This current state of affairs is the result of political decisions that were made a decade ago. It will take time, and an infusion of significant financial resources, to fix it. Fortunately, the senior leadership of the Bundeswehr is working hard to make improvements as resources become available. They deserve more support from the German public and the political leadership in Berlin.
Berlin must end its strategic inertia and fulfil the leadership expectations that the rest of the alliance has of Germany. Instead, though, I hear so many excuses for why Germany doesn’t lead or cannot lead: “Our history,” “Our neighbors would be concerned,” and many more.
None of these excuses are worthy of a nation that has for 70 years demonstrated it is a liberal democracy with high moral standards while building Europe’s largest economy. Germans need to regain trust in themselves. I’ve actually never heard anybody from Poland or France say that they were concerned about a stronger, more effective Bundeswehr. If anything, Poles and Lithuanians, in addition to Americans, are looking for an unambiguous German commitment to deterrence and defense.
If Germany owes anything because of its history, it is that it should live up to the responsibilities it has as a strong state within the community of democratic nations.
Germany has benefited very much from the security provided by NATO – and, especially, by the United States. It’s time for Germany to step forward and accept a more visible, meaningful role within NATO, time to lead by example and fulfil its defense-spending obligation. If Germany fails to do this, and if the U.S. minimizes its role in Europe, what would the consequences be for Germany? Is Germany prepared for them?
Fortunately, I sense a growing recognition in Germany of the need for vigorous public debate about its strategic role in the world. More and more parliamentarians are speaking out about the need for German leadership, and in private conversations, I hear Germans express embarrassment over the state of the Bundeswehr and the lack of strategic leadership. The recent announcement by Defense Minister Annegret Kramp-Karrenbauer that Germany would in fact reach the agreed-upon benchmark of a defense budget equal to 2 percent of GDP by 2031 was good news – though it is embarrassing that it will take seven years longer than what was agreed to at the 2014 NATO summit in Wales.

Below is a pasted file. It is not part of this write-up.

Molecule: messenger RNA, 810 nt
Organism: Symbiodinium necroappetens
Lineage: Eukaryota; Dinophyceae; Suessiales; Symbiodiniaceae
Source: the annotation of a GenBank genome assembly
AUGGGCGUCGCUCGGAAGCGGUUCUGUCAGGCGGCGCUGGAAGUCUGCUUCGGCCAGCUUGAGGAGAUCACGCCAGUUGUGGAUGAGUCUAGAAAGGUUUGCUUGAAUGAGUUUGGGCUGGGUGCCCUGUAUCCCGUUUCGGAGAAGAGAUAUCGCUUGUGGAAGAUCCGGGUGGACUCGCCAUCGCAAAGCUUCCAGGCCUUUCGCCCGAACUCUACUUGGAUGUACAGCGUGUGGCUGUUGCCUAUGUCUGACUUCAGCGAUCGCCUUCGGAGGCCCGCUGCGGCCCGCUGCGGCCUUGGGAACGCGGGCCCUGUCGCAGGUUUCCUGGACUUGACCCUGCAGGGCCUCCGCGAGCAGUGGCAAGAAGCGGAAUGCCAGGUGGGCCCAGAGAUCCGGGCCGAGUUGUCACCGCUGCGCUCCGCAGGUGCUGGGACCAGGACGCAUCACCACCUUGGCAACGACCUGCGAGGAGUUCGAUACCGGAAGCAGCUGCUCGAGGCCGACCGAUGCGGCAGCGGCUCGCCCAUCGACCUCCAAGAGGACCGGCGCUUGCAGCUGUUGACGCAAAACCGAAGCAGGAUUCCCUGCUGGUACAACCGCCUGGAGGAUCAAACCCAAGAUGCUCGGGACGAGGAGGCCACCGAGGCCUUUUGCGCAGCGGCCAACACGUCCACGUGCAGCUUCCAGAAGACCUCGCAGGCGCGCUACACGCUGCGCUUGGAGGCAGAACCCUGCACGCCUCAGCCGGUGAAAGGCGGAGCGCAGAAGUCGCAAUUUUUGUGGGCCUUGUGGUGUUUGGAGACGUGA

I remain confident in the vital relationship between Germany and the United States. On both sides of the Atlantic, there are so many serious-minded leaders and people who care deeply about the shared values that have bound us together for all these years – those same values that have inspired other nations to want to join NATO and to join the European Union.
On the occasion of German reunification in 1990, U.S. President George H. W. Bush spoke of a “common love of freedom.” In that same speech, he said: ” Even as Germany celebrates this new beginning, there is no doubt that the future holds new challenges, new responsibilities,” and he expressed hope that the U.S. and Germany would be “partners in leadership.
Thirty years later, we are still waiting for that wish to be fulfilled. But we must keep on trying.